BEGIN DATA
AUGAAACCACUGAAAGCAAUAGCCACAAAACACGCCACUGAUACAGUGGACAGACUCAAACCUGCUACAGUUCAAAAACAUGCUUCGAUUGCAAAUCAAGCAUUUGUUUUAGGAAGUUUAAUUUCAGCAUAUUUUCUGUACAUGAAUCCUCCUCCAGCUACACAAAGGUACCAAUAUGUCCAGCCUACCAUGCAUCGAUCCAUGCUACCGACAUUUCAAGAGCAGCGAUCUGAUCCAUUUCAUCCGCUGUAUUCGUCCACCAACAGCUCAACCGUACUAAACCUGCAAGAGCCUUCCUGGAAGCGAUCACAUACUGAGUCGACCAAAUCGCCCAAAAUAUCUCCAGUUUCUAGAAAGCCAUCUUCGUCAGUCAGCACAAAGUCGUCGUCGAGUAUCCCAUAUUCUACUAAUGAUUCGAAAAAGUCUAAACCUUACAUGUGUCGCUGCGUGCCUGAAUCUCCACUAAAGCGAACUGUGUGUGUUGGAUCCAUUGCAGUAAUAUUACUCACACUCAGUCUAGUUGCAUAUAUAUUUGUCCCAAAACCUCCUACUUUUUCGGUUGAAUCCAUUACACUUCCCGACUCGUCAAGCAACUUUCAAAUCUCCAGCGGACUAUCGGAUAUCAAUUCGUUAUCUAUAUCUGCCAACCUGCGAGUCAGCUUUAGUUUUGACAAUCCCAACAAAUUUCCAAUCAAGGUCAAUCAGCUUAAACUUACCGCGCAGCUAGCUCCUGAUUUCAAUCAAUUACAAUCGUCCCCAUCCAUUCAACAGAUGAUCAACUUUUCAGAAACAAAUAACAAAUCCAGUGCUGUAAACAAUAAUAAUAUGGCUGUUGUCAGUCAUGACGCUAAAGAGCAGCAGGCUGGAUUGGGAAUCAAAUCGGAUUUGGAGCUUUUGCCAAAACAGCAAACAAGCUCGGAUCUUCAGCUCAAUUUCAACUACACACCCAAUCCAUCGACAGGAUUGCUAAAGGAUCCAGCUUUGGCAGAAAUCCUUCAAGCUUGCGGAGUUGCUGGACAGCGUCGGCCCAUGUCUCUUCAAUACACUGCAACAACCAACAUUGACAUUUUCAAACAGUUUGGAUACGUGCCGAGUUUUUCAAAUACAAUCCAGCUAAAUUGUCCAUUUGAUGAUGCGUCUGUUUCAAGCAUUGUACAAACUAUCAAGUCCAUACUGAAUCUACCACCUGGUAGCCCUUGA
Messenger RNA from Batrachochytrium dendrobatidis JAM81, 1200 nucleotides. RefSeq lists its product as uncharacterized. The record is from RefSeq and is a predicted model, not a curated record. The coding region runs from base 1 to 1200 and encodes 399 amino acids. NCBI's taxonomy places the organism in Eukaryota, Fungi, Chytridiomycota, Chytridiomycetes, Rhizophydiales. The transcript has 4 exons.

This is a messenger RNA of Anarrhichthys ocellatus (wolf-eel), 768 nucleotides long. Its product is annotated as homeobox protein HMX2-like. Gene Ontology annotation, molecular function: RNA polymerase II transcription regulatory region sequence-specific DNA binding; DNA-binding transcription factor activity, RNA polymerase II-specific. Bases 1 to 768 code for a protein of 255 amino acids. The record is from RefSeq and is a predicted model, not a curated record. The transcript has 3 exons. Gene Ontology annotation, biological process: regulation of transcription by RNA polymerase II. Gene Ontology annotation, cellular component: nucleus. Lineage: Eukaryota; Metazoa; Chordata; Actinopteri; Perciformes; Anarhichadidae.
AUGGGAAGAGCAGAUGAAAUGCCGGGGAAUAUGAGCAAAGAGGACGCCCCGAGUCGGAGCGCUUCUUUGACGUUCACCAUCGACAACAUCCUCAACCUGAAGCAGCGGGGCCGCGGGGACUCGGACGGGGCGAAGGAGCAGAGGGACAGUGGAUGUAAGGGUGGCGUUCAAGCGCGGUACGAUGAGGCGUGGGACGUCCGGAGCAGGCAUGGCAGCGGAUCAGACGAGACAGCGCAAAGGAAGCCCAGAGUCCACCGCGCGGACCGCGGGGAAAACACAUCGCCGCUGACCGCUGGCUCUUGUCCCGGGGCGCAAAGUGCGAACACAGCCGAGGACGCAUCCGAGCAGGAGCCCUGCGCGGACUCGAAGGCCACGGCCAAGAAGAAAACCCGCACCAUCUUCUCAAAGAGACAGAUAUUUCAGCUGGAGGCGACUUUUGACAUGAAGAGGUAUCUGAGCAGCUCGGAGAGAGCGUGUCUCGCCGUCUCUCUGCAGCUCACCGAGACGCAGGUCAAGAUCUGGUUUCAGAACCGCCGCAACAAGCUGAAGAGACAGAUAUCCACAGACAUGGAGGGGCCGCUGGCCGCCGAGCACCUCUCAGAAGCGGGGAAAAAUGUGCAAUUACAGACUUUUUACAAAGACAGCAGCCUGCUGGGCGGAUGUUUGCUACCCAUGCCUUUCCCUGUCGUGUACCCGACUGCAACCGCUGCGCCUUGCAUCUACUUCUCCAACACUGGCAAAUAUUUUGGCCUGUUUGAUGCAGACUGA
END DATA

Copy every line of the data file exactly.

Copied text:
AUGAAACCACUGAAAGCAAUAGCCACAAAACACGCCACUGAUACAGUGGACAGACUCAAACCUGCUACAGUUCAAAAACAUGCUUCGAUUGCAAAUCAAGCAUUUGUUUUAGGAAGUUUAAUUUCAGCAUAUUUUCUGUACAUGAAUCCUCCUCCAGCUACACAAAGGUACCAAUAUGUCCAGCCUACCAUGCAUCGAUCCAUGCUACCGACAUUUCAAGAGCAGCGAUCUGAUCCAUUUCAUCCGCUGUAUUCGUCCACCAACAGCUCAACCGUACUAAACCUGCAAGAGCCUUCCUGGAAGCGAUCACAUACUGAGUCGACCAAAUCGCCCAAAAUAUCUCCAGUUUCUAGAAAGCCAUCUUCGUCAGUCAGCACAAAGUCGUCGUCGAGUAUCCCAUAUUCUACUAAUGAUUCGAAAAAGUCUAAACCUUACAUGUGUCGCUGCGUGCCUGAAUCUCCACUAAAGCGAACUGUGUGUGUUGGAUCCAUUGCAGUAAUAUUACUCACACUCAGUCUAGUUGCAUAUAUAUUUGUCCCAAAACCUCCUACUUUUUCGGUUGAAUCCAUUACACUUCCCGACUCGUCAAGCAACUUUCAAAUCUCCAGCGGACUAUCGGAUAUCAAUUCGUUAUCUAUAUCUGCCAACCUGCGAGUCAGCUUUAGUUUUGACAAUCCCAACAAAUUUCCAAUCAAGGUCAAUCAGCUUAAACUUACCGCGCAGCUAGCUCCUGAUUUCAAUCAAUUACAAUCGUCCCCAUCCAUUCAACAGAUGAUCAACUUUUCAGAAACAAAUAACAAAUCCAGUGCUGUAAACAAUAAUAAUAUGGCUGUUGUCAGUCAUGACGCUAAAGAGCAGCAGGCUGGAUUGGGAAUCAAAUCGGAUUUGGAGCUUUUGCCAAAACAGCAAACAAGCUCGGAUCUUCAGCUCAAUUUCAACUACACACCCAAUCCAUCGACAGGAUUGCUAAAGGAUCCAGCUUUGGCAGAAAUCCUUCAAGCUUGCGGAGUUGCUGGACAGCGUCGGCCCAUGUCUCUUCAAUACACUGCAACAACCAACAUUGACAUUUUCAAACAGUUUGGAUACGUGCCGAGUUUUUCAAAUACAAUCCAGCUAAAUUGUCCAUUUGAUGAUGCGUCUGUUUCAAGCAUUGUACAAACUAUCAAGUCCAUACUGAAUCUACCACCUGGUAGCCCUUGA
Messenger RNA from Batrachochytrium dendrobatidis JAM81, 1200 nucleotides. RefSeq lists its product as uncharacterized. The record is from RefSeq and is a predicted model, not a curated record. The coding region runs from base 1 to 1200 and encodes 399 amino acids. NCBI's taxonomy places the organism in Eukaryota, Fungi, Chytridiomycota, Chytridiomycetes, Rhizophydiales. The transcript has 4 exons.

This is a messenger RNA of Anarrhichthys ocellatus (wolf-eel), 768 nucleotides long. Its product is annotated as homeobox protein HMX2-like. Gene Ontology annotation, molecular function: RNA polymerase II transcription regulatory region sequence-specific DNA binding; DNA-binding transcription factor activity, RNA polymerase II-specific. Bases 1 to 768 code for a protein of 255 amino acids. The record is from RefSeq and is a predicted model, not a curated record. The transcript has 3 exons. Gene Ontology annotation, biological process: regulation of transcription by RNA polymerase II. Gene Ontology annotation, cellular component: nucleus. Lineage: Eukaryota; Metazoa; Chordata; Actinopteri; Perciformes; Anarhichadidae.
AUGGGAAGAGCAGAUGAAAUGCCGGGGAAUAUGAGCAAAGAGGACGCCCCGAGUCGGAGCGCUUCUUUGACGUUCACCAUCGACAACAUCCUCAACCUGAAGCAGCGGGGCCGCGGGGACUCGGACGGGGCGAAGGAGCAGAGGGACAGUGGAUGUAAGGGUGGCGUUCAAGCGCGGUACGAUGAGGCGUGGGACGUCCGGAGCAGGCAUGGCAGCGGAUCAGACGAGACAGCGCAAAGGAAGCCCAGAGUCCACCGCGCGGACCGCGGGGAAAACACAUCGCCGCUGACCGCUGGCUCUUGUCCCGGGGCGCAAAGUGCGAACACAGCCGAGGACGCAUCCGAGCAGGAGCCCUGCGCGGACUCGAAGGCCACGGCCAAGAAGAAAACCCGCACCAUCUUCUCAAAGAGACAGAUAUUUCAGCUGGAGGCGACUUUUGACAUGAAGAGGUAUCUGAGCAGCUCGGAGAGAGCGUGUCUCGCCGUCUCUCUGCAGCUCACCGAGACGCAGGUCAAGAUCUGGUUUCAGAACCGCCGCAACAAGCUGAAGAGACAGAUAUCCACAGACAUGGAGGGGCCGCUGGCCGCCGAGCACCUCUCAGAAGCGGGGAAAAAUGUGCAAUUACAGACUUUUUACAAAGACAGCAGCCUGCUGGGCGGAUGUUUGCUACCCAUGCCUUUCCCUGUCGUGUACCCGACUGCAACCGCUGCGCCUUGCAUCUACUUCUCCAACACUGGCAAAUAUUUUGGCCUGUUUGAUGCAGACUGA